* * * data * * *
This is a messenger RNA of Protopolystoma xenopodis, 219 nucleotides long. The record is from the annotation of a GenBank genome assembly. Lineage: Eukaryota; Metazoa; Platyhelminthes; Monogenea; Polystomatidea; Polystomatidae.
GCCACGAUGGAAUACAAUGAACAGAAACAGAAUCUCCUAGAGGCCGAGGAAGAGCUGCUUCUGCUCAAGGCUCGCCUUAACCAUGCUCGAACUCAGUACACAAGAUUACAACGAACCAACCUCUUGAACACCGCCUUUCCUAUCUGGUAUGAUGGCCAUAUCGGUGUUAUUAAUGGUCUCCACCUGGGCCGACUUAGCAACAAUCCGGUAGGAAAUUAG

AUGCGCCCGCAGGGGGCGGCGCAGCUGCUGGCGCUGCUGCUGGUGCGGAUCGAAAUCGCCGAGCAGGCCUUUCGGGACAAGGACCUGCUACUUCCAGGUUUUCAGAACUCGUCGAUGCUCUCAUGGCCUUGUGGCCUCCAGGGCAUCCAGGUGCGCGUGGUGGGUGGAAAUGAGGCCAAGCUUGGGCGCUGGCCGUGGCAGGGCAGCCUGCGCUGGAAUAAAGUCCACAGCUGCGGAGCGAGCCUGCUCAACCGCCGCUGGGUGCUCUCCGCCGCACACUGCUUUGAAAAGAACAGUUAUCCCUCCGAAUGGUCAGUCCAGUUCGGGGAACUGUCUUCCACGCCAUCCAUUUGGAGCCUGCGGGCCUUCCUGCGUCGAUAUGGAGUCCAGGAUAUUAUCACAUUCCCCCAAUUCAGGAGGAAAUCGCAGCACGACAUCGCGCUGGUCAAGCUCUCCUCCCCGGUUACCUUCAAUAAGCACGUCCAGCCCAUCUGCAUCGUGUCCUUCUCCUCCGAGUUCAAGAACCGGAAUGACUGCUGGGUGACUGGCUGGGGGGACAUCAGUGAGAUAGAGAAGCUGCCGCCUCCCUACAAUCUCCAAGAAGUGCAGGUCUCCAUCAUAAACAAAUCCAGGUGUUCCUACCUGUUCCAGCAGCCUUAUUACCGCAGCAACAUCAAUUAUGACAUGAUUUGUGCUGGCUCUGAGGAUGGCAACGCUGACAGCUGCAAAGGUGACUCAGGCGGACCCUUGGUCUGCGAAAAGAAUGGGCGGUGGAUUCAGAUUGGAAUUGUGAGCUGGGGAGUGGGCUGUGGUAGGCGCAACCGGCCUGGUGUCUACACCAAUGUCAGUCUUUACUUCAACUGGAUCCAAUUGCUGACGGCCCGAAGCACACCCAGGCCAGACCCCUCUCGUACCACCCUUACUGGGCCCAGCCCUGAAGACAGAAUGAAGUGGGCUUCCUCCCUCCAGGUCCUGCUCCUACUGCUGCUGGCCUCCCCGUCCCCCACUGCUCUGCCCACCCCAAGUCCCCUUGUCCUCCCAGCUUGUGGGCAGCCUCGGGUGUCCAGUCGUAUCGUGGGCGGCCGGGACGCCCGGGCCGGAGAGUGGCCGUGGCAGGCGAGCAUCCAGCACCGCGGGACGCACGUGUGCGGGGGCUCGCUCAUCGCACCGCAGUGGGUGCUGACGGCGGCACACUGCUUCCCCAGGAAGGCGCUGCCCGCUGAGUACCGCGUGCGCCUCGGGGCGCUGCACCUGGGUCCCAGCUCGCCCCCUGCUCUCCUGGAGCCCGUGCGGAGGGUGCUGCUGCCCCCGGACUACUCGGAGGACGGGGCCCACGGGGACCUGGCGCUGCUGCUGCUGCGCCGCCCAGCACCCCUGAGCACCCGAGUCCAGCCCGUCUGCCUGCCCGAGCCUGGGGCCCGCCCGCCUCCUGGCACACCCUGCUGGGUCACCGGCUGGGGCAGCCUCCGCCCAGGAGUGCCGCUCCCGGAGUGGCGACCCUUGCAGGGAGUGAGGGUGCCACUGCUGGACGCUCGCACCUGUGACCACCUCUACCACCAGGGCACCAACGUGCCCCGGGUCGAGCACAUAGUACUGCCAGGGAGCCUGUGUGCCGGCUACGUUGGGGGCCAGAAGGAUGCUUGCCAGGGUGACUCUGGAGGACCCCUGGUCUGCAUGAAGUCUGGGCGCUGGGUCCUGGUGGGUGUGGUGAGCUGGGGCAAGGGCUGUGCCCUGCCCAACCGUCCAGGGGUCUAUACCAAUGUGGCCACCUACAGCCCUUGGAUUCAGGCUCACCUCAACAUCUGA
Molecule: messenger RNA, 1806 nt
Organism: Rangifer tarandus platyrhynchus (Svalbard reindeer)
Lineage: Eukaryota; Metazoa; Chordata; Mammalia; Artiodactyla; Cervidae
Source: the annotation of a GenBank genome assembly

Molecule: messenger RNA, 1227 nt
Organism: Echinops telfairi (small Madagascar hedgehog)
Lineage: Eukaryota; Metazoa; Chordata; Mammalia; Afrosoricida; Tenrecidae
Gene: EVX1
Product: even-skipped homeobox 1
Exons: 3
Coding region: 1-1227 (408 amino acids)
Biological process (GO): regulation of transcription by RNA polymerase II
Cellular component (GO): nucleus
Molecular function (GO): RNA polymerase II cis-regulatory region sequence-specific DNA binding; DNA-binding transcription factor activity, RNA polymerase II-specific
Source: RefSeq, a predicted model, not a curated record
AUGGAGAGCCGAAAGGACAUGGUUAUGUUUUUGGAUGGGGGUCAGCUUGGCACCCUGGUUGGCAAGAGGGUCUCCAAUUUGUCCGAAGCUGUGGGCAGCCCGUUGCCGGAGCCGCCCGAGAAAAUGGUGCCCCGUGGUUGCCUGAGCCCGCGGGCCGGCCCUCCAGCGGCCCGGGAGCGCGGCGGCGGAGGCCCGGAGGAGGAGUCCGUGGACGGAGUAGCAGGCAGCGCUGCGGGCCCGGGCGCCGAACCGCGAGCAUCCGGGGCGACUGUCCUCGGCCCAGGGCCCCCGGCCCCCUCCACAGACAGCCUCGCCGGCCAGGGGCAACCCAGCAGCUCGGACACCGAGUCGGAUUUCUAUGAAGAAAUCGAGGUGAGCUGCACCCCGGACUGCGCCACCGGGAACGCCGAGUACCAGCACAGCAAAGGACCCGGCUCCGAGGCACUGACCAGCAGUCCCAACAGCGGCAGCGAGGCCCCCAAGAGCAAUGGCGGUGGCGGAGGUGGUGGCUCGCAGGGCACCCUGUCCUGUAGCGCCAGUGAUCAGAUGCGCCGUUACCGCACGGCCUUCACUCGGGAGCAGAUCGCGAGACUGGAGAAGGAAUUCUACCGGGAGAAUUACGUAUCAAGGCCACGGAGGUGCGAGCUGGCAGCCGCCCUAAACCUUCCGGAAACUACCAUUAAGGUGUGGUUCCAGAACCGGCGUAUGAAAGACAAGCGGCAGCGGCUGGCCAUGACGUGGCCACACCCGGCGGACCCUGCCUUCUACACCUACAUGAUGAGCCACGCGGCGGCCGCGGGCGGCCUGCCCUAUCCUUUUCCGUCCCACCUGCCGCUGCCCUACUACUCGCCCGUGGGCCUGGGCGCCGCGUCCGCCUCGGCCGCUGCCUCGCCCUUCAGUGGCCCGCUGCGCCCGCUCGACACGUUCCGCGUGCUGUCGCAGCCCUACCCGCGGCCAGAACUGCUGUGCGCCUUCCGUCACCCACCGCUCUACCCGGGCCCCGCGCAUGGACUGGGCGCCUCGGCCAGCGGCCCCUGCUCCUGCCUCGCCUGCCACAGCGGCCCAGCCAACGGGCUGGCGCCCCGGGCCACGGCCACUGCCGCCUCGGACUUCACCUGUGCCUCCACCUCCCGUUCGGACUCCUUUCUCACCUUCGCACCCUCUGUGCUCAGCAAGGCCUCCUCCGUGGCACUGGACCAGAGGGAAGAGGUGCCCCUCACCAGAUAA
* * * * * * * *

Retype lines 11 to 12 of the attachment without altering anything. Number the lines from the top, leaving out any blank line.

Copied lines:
Gene: EVX1
Product: even-skipped homeobox 1